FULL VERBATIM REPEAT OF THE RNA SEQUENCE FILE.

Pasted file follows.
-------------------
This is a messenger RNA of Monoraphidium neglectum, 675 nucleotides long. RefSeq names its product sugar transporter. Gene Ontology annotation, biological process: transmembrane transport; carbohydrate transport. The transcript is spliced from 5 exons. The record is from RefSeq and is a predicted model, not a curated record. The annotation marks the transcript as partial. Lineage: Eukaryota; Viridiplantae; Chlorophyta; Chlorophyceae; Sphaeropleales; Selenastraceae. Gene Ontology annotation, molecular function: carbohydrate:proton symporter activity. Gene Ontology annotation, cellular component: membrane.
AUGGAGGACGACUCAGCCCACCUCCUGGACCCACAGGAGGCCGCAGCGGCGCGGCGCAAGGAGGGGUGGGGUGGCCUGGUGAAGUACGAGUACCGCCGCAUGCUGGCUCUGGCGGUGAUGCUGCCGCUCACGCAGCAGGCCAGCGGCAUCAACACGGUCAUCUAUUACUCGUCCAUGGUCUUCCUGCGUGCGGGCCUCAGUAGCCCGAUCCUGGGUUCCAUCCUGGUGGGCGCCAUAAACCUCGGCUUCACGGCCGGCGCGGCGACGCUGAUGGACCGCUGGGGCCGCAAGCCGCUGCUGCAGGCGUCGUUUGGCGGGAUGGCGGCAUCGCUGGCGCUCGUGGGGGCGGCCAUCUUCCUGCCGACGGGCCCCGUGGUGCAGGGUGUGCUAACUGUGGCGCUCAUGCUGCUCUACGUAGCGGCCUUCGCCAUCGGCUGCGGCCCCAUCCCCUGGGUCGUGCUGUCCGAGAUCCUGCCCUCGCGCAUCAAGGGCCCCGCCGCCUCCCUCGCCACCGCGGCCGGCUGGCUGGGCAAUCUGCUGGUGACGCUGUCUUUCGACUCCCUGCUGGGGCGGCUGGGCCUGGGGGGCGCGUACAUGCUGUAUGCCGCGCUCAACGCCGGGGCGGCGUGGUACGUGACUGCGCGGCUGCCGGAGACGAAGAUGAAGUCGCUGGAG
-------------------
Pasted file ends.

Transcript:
This is a messenger RNA of Monoraphidium neglectum, 675 nucleotides long. RefSeq names its product sugar transporter. Gene Ontology annotation, biological process: transmembrane transport; carbohydrate transport. The transcript is spliced from 5 exons. The record is from RefSeq and is a predicted model, not a curated record. The annotation marks the transcript as partial. Lineage: Eukaryota; Viridiplantae; Chlorophyta; Chlorophyceae; Sphaeropleales; Selenastraceae. Gene Ontology annotation, molecular function: carbohydrate:proton symporter activity. Gene Ontology annotation, cellular component: membrane.
AUGGAGGACGACUCAGCCCACCUCCUGGACCCACAGGAGGCCGCAGCGGCGCGGCGCAAGGAGGGGUGGGGUGGCCUGGUGAAGUACGAGUACCGCCGCAUGCUGGCUCUGGCGGUGAUGCUGCCGCUCACGCAGCAGGCCAGCGGCAUCAACACGGUCAUCUAUUACUCGUCCAUGGUCUUCCUGCGUGCGGGCCUCAGUAGCCCGAUCCUGGGUUCCAUCCUGGUGGGCGCCAUAAACCUCGGCUUCACGGCCGGCGCGGCGACGCUGAUGGACCGCUGGGGCCGCAAGCCGCUGCUGCAGGCGUCGUUUGGCGGGAUGGCGGCAUCGCUGGCGCUCGUGGGGGCGGCCAUCUUCCUGCCGACGGGCCCCGUGGUGCAGGGUGUGCUAACUGUGGCGCUCAUGCUGCUCUACGUAGCGGCCUUCGCCAUCGGCUGCGGCCCCAUCCCCUGGGUCGUGCUGUCCGAGAUCCUGCCCUCGCGCAUCAAGGGCCCCGCCGCCUCCCUCGCCACCGCGGCCGGCUGGCUGGGCAAUCUGCUGGUGACGCUGUCUUUCGACUCCCUGCUGGGGCGGCUGGGCCUGGGGGGCGCGUACAUGCUGUAUGCCGCGCUCAACGCCGGGGCGGCGUGGUACGUGACUGCGCGGCUGCCGGAGACGAAGAUGAAGUCGCUGGAG